All eight presidents whose names currently adorn schools in the district will soon be erased.
The decision to remove many of these is less controversial than Lincoln’s, however.
Herbert Hoover Middle School is to be renamed over the namesake’s role in redlining – the segregation of black families – when he was secretary of commerce.
And Roosevelt Middle School faces a rebranding over President Theodore Roosevelt’s opposition of civil rights and black suffrage for black people.
Modern figures haven’t been spared from the cut either.
Feinstein, who was Mayor of San Francisco from 1978 to 1988 and has since served as a Democrat California Senator since 1992, will have her name removed from Dianne Feinstein Elementary because she allowed the Confederate flag to fly in front of San Francisco City Hall.
During her time as mayor, she also oversaw the eviction of the Filipino neighborhood Manilatown and ‘allowed police dogs to attack Filipino veteran elders’, the committee ruled.
Jeffries said Feinstein has never made amends for these failings.
‘On a local level Dianne Feinstein chose to fly a flag that is the iconography of domestic terrorism, racism, white avarice and inhumanity towards black and indigenous people at the City Hall,’ Jeffries said.
‘She is one of the few living examples on our list, so she still has time to dedicate the rest of her life to the upliftment of black, First Nations and other people of color. She hasn’t thus far, so her apology simply wasn’t convincing.’
Meanwhile, the committee ruled that legendary labor leader, community organizer, and Latino American civil rights activist César Chávez can keep his name on César Chávez Elementary school.
Chávez founded the National Farm Workers Association in 1962 which then merged with the Agricultural Workers Organizing Committee to become the United Farm Workers.
The union helped improve working conditions and pay for Latino farm workers in California, Texas, Arizona and Florida.
However, Chávez also made repeated derogatory comments about undocumented immigrants and called for their deportation.
How Lincoln had 38 Sioux fighters hanged and saved 265 others
In 1862, the Sioux went to war because they believed their land and homes were being stolen by white settlers in Minnesota, and were aggrieved by late payments from the government.
The uprising, known as the Dakota War, lasted six weeks and killed hundreds of soldiers, settlers and Native Americans before the Sioux surrendered to Lincoln’s forces.
In the aftermath, a military commission sentenced 303 Sioux people to death after trials in English with no defense attorneys which lasted only three to five minutes and which the Sioux people did not understand.
Lincoln reviewed ‘every one of these capital cases’, his biographer Harold Holzer says, and said there was evidence 39 were guilty of murder or rape and ordered their execution.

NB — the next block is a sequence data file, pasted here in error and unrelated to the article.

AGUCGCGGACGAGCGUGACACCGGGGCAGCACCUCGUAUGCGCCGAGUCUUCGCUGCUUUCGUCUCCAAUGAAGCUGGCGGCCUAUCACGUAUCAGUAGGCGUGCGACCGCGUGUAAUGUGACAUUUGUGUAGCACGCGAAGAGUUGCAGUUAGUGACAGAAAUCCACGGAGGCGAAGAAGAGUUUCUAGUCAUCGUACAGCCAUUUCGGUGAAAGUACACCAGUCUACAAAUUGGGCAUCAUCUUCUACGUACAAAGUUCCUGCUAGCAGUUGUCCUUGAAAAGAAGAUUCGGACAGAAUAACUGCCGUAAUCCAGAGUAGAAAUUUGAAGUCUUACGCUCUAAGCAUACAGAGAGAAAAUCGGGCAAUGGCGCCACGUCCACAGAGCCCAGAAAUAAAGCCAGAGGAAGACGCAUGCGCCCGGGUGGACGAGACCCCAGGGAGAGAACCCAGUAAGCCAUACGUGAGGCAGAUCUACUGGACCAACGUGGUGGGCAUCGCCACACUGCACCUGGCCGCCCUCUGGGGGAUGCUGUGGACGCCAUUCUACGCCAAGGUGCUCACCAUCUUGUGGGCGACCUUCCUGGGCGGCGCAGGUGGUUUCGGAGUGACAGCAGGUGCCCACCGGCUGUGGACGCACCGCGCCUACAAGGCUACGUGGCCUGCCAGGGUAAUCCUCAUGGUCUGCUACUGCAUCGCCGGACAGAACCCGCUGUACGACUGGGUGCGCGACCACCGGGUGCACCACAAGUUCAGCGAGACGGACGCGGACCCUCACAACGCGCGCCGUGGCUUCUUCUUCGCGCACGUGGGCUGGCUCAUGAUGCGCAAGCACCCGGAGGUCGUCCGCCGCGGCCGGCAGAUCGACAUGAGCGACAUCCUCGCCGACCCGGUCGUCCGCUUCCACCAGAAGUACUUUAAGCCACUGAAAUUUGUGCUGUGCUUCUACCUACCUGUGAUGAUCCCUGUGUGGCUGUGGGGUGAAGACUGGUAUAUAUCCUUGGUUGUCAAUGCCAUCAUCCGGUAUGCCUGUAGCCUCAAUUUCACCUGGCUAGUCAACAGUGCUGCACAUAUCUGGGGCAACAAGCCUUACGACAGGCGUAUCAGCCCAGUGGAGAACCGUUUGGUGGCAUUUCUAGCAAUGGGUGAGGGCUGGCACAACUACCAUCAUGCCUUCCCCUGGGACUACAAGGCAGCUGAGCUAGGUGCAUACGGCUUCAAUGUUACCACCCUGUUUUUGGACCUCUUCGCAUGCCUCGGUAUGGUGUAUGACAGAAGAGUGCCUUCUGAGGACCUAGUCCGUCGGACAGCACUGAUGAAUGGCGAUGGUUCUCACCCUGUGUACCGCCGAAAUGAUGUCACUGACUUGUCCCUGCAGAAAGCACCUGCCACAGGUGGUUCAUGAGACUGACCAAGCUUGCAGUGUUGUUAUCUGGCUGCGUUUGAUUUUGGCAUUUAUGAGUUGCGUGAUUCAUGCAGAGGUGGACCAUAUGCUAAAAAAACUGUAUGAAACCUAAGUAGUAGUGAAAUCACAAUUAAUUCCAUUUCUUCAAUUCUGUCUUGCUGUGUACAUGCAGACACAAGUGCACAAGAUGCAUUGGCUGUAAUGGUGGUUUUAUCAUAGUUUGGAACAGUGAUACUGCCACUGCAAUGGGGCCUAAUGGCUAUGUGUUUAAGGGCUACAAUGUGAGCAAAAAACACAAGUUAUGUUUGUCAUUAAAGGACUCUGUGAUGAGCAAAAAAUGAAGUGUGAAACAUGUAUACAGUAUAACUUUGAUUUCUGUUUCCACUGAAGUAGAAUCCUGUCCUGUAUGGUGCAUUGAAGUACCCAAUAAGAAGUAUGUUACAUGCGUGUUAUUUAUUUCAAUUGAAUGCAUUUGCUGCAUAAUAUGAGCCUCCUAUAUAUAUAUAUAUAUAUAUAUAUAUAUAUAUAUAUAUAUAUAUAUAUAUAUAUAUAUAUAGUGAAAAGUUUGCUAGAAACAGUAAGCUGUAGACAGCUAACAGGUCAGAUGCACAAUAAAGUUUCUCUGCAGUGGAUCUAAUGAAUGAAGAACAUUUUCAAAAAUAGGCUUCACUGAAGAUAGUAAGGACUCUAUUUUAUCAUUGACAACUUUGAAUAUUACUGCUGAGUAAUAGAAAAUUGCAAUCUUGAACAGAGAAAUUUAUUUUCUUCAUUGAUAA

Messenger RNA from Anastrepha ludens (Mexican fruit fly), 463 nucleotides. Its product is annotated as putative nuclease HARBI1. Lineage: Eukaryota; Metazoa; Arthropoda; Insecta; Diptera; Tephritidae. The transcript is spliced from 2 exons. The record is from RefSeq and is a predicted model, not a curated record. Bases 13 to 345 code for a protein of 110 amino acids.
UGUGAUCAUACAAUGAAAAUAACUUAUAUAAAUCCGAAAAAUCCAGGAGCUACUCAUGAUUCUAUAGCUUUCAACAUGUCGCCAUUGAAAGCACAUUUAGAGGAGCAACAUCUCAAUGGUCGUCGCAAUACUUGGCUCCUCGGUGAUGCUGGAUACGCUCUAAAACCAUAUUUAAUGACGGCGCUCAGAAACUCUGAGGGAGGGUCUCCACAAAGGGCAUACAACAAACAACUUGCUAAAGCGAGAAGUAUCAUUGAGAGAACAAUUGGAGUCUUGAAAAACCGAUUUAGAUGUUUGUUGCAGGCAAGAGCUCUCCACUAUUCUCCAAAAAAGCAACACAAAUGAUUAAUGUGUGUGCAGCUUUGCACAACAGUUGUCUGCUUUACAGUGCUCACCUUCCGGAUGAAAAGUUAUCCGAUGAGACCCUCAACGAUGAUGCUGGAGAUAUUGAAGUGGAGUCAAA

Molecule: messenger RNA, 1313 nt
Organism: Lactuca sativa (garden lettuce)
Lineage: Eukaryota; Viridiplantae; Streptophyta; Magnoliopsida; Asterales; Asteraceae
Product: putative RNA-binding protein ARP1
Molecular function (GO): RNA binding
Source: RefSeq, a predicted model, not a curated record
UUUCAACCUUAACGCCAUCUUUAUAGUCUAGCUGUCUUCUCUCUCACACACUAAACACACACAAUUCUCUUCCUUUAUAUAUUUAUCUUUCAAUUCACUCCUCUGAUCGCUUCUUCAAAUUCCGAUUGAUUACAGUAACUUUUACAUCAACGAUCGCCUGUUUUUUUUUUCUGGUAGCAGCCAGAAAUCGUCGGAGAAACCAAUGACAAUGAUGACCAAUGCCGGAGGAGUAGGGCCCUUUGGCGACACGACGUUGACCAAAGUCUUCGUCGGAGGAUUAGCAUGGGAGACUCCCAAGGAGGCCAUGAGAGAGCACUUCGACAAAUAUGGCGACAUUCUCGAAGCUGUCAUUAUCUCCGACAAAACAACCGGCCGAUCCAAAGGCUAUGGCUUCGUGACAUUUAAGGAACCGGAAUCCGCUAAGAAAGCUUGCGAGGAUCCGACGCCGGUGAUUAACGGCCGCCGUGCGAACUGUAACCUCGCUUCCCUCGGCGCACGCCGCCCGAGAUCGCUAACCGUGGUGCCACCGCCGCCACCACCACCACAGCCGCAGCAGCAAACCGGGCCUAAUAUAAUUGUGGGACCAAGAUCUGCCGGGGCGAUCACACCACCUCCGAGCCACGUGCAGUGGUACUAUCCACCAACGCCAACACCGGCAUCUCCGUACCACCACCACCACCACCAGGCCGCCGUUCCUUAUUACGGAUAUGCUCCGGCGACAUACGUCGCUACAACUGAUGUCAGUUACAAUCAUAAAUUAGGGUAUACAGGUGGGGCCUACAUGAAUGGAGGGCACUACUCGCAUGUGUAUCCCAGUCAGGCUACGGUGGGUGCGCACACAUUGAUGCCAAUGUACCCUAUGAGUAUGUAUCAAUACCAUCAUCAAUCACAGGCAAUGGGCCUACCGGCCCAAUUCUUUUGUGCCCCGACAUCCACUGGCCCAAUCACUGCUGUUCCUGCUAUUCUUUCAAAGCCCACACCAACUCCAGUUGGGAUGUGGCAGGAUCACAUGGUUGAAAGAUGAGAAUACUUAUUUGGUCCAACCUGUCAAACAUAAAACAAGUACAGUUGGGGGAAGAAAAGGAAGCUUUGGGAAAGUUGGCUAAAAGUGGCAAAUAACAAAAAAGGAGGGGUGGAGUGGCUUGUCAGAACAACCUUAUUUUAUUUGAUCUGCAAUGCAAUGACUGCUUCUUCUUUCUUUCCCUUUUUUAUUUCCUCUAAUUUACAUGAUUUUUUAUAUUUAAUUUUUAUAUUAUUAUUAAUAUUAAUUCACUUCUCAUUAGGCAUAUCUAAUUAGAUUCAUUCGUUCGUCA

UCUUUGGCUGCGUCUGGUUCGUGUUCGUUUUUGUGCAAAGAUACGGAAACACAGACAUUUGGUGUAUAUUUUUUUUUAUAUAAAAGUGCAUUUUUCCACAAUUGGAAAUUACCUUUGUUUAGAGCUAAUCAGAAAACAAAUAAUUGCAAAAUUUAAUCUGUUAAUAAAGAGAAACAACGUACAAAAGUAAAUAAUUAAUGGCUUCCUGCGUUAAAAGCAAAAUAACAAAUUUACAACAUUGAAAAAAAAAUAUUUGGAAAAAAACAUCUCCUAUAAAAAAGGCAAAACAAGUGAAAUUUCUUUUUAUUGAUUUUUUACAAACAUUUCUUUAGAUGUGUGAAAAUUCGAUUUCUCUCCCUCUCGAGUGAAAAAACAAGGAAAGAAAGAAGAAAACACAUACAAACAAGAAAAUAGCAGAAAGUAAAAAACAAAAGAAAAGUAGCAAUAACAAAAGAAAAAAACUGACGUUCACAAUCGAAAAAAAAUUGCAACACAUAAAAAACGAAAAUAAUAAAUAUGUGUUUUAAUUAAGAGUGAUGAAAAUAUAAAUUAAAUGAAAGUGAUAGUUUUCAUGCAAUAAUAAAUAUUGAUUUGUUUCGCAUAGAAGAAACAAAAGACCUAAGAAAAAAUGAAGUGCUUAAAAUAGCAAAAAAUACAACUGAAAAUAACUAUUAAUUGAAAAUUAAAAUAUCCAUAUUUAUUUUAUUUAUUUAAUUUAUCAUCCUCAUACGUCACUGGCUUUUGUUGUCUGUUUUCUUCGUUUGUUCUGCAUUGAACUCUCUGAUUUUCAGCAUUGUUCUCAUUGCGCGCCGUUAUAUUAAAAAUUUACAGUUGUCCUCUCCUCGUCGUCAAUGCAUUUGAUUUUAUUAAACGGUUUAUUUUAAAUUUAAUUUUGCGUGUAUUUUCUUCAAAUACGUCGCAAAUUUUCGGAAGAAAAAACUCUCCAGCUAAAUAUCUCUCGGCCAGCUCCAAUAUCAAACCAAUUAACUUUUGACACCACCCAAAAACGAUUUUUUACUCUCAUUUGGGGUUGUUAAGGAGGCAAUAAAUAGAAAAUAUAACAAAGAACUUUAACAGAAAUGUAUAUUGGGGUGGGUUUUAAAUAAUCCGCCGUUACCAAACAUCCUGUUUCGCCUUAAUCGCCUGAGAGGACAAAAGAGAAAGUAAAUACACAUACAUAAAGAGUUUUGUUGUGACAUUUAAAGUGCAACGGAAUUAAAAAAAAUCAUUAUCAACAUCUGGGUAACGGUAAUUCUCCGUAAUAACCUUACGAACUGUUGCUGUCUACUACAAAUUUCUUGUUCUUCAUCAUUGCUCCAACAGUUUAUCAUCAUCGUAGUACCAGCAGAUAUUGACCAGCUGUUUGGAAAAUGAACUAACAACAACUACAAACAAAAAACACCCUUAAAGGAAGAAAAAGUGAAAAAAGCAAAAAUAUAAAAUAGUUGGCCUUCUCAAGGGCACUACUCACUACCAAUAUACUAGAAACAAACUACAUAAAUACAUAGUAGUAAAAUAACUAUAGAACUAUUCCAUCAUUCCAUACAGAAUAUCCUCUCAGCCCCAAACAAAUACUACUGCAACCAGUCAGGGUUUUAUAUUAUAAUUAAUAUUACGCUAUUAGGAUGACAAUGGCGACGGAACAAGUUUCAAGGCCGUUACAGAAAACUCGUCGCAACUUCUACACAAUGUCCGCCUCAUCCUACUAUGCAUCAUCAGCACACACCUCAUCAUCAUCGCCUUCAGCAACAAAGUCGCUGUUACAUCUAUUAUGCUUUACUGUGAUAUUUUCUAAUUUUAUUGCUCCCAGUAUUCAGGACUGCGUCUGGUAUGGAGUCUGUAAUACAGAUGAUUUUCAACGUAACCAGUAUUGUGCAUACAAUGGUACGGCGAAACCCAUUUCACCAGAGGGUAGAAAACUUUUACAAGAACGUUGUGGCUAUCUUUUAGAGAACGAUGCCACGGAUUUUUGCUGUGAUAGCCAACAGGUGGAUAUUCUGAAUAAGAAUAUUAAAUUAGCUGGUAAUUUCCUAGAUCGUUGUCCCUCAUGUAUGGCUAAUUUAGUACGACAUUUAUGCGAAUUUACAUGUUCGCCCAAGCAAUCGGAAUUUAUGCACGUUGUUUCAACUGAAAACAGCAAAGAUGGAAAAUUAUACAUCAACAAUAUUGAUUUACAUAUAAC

The remaining 264 sentences were commuted, while one of the 39 condemned men was later reprieved.
The other 38 were hanged in Mankato on December 26, 1862, in the largest mass execution in US history – just days before the Emancipation Proclamation.
The remaining Dakota people were driven out of Minnesota after the war. Most ended up in Nebraska, South Dakota, North Dakota and Canada.
He encouraged members of his union to join what he called ‘wet lines’ to stop undocumented immigrants crossing the border from Mexico to Arizona.
He later changed stance and pledged that United Farm Workers would support legalization for undocumented ‘brothers and sisters’.
Meanwhile, Thomas Edison will be scratched off Thomas Edison Charter Academy due to his ‘fondness for electrocuting animals’.
In total, the committee has decided to rename a third of the district’s 125 schools.
The new names have not yet been revealed and any final decision on renaming – and the choice of names – will have to be voted upon and approved by school boards.
The committee is next expected to meet in early January.
As well as the controversy surrounding some of the historical figures, the district has also faced a backlash over its timing when teachers, students and parents are grappling with the pandemic and a switch to virtual learning.
Back in October, San Francisco Mayor London Breed slammed the district for focusing on school names when it ‘should be focused on getting our kids back in the classroom.’
‘In the midst of this once-in-a-century challenge, to hear that the district is focusing energy and resources on renaming schools – schools that they haven’t even opened – is offensive,’ Breed said.
The renaming committee was set up in 2018 by the Board of Education to consider whether the school names were appropriate and to recommend action.
Also on the renaming committee is Board President Mark Sanchez who previously set up teachers’ activist group Teachers 4 Change with Jeffries.